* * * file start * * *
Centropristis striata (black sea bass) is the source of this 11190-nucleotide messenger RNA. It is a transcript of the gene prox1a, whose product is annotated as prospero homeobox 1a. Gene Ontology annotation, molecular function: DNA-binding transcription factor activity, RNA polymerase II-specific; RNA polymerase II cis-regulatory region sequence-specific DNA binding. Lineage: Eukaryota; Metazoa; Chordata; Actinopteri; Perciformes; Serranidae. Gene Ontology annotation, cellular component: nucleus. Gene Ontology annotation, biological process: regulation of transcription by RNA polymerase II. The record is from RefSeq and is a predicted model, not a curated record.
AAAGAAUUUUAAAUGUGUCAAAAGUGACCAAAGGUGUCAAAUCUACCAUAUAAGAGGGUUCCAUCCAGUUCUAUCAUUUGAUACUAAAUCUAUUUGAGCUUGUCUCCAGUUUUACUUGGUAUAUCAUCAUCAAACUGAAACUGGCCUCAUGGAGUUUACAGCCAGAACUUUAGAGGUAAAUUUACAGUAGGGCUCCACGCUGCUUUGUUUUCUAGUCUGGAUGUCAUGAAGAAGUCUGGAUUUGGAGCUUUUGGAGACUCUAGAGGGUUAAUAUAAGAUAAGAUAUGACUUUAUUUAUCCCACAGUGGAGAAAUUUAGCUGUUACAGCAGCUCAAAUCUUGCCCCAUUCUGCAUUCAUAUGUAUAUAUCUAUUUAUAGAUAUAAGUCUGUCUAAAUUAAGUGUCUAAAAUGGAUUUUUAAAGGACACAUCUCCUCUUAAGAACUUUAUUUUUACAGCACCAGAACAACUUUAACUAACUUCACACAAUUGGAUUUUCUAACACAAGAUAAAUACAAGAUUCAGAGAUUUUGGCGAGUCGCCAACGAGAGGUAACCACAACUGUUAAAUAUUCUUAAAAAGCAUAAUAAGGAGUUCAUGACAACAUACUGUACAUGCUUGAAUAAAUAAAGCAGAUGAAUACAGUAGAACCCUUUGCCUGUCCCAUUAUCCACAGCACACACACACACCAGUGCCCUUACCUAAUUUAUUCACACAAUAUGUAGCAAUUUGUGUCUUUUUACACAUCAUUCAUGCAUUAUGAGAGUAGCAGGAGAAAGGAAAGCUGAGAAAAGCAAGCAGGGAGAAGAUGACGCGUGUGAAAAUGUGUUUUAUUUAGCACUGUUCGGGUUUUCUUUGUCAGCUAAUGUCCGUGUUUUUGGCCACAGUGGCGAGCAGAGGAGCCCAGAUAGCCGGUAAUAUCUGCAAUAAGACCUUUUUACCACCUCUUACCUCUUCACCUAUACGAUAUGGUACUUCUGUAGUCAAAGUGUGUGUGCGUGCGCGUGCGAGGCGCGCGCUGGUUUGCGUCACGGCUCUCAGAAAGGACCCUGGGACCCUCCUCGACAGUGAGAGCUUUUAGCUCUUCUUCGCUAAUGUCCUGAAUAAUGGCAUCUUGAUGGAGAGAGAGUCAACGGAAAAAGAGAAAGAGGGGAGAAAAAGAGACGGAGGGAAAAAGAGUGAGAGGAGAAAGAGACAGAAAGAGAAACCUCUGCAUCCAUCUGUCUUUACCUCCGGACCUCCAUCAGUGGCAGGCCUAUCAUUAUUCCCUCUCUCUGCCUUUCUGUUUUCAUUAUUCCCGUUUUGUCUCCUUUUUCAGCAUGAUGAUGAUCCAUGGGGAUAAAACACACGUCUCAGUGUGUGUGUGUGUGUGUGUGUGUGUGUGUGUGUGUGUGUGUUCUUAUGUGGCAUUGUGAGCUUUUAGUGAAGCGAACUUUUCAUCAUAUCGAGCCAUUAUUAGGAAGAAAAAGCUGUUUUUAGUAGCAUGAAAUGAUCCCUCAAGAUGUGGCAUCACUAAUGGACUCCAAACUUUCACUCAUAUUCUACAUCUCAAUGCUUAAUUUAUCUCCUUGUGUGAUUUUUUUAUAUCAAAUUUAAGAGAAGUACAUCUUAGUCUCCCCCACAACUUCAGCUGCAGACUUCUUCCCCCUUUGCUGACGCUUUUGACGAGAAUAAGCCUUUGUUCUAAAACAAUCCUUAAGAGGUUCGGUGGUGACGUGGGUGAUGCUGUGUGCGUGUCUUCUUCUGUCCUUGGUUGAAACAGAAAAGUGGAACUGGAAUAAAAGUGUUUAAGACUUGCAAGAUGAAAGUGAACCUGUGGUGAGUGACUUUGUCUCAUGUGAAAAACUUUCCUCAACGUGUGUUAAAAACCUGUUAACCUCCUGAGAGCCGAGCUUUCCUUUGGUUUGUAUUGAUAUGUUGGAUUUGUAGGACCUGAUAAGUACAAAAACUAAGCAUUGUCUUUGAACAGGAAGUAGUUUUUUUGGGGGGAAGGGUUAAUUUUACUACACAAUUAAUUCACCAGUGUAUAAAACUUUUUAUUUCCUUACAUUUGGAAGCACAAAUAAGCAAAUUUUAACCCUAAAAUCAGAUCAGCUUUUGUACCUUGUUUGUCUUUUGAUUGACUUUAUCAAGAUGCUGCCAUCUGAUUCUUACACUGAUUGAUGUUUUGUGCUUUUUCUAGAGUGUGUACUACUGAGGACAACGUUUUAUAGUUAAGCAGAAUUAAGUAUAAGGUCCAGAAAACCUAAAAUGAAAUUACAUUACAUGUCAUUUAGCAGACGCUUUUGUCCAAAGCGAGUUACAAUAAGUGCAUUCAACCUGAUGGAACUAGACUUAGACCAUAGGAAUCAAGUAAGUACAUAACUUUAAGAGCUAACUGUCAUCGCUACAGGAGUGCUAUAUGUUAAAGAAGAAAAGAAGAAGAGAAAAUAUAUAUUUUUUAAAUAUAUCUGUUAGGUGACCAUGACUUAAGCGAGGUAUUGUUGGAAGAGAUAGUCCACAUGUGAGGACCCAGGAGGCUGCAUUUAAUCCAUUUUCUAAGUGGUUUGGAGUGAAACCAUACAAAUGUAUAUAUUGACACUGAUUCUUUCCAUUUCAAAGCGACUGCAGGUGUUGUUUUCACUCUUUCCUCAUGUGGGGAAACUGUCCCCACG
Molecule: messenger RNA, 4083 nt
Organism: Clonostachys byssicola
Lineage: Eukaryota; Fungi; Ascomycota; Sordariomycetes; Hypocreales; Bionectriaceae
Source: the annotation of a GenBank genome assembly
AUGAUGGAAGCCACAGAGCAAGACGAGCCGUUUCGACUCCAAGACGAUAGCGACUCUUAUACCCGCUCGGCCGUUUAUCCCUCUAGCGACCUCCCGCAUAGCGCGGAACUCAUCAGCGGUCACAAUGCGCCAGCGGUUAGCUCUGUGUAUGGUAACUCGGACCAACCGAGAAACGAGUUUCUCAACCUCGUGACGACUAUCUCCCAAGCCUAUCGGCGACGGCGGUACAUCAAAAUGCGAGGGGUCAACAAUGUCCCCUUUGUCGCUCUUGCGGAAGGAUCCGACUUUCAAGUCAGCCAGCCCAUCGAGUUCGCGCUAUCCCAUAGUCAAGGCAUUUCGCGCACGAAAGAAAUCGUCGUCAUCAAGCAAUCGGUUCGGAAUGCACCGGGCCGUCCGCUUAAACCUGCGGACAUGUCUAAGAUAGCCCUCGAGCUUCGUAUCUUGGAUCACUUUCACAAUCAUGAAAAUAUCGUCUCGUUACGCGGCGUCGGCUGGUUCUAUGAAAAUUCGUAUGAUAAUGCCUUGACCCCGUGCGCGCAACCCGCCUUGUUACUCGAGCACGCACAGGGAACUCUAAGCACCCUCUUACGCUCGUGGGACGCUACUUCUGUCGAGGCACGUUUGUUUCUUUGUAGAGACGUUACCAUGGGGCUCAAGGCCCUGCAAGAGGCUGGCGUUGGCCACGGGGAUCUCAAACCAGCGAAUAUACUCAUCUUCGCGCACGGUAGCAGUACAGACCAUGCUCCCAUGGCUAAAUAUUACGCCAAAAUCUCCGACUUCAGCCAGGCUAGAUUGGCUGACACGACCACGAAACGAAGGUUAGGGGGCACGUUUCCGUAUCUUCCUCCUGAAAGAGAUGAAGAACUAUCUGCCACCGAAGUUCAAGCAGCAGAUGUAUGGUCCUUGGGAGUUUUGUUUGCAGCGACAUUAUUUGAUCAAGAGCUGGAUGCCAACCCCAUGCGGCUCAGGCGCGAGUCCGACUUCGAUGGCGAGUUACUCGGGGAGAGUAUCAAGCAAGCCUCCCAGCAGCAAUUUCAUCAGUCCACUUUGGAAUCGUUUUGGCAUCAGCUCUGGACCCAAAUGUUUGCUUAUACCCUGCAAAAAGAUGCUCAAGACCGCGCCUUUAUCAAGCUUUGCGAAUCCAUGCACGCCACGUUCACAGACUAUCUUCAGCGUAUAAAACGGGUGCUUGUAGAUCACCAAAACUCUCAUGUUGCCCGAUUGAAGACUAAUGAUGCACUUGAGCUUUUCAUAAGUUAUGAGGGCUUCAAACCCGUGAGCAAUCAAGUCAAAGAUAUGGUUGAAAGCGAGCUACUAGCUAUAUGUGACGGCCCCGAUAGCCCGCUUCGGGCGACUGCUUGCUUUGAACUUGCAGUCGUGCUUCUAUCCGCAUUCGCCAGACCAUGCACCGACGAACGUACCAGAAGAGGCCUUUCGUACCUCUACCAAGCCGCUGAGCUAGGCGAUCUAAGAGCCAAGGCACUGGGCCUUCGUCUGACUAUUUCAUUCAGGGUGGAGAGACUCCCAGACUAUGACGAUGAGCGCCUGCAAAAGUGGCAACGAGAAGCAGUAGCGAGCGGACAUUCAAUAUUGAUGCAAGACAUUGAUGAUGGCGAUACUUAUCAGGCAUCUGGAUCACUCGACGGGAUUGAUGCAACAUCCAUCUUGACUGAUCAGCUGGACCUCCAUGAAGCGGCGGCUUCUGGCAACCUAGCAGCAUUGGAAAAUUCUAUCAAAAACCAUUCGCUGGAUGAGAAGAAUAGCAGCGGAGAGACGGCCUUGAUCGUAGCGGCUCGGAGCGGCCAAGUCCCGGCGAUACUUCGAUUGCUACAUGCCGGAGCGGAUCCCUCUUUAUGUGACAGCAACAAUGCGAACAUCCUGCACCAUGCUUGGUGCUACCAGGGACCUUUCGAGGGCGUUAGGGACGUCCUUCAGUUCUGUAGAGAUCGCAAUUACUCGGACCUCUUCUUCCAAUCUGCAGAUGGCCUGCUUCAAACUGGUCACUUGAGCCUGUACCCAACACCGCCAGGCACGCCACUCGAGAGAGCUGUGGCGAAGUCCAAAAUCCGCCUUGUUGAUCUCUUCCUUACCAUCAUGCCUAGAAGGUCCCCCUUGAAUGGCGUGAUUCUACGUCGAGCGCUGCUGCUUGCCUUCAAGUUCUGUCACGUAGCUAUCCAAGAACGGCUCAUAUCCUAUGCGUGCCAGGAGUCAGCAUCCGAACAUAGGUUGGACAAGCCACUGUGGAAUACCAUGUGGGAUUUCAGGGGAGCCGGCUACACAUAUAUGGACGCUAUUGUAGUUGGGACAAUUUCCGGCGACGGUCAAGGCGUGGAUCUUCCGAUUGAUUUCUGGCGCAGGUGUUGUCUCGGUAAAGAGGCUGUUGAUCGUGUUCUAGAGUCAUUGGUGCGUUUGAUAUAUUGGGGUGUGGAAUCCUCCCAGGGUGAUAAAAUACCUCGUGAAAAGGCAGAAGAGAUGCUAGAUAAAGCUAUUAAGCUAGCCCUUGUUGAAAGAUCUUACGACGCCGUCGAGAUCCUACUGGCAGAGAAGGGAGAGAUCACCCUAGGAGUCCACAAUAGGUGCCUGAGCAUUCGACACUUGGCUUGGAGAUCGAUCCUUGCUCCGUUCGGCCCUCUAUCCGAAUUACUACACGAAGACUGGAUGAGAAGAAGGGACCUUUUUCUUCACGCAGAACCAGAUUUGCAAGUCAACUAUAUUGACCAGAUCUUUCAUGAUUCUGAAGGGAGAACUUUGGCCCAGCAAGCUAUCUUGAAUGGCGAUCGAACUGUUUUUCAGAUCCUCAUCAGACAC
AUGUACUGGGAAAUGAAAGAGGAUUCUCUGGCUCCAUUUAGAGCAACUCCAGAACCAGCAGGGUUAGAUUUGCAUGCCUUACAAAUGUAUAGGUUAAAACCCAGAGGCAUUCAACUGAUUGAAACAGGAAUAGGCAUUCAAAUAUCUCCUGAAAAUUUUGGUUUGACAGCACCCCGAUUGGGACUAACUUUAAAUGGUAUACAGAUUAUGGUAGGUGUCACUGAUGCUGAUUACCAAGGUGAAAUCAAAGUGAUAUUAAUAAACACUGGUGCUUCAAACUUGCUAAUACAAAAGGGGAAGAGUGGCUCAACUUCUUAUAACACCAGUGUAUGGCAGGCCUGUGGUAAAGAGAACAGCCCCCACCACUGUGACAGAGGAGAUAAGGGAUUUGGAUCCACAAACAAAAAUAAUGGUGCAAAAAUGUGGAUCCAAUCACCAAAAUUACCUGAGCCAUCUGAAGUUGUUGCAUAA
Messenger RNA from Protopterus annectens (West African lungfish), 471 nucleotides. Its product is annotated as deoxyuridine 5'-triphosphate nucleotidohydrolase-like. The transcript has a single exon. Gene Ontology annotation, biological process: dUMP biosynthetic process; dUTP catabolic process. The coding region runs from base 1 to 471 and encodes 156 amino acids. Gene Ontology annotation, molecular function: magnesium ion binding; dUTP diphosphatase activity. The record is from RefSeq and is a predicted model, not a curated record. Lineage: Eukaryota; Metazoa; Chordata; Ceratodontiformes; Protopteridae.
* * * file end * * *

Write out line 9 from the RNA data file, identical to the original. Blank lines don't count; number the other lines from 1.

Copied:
Messenger RNA from Protopterus annectens (West African lungfish), 471 nucleotides. Its product is annotated as deoxyuridine 5'-triphosphate nucleotidohydrolase-like. The transcript has a single exon. Gene Ontology annotation, biological process: dUMP biosynthetic process; dUTP catabolic process. The coding region runs from base 1 to 471 and encodes 156 amino acids. Gene Ontology annotation, molecular function: magnesium ion binding; dUTP diphosphatase activity. The record is from RefSeq and is a predicted model, not a curated record. Lineage: Eukaryota; Metazoa; Chordata; Ceratodontiformes; Protopteridae.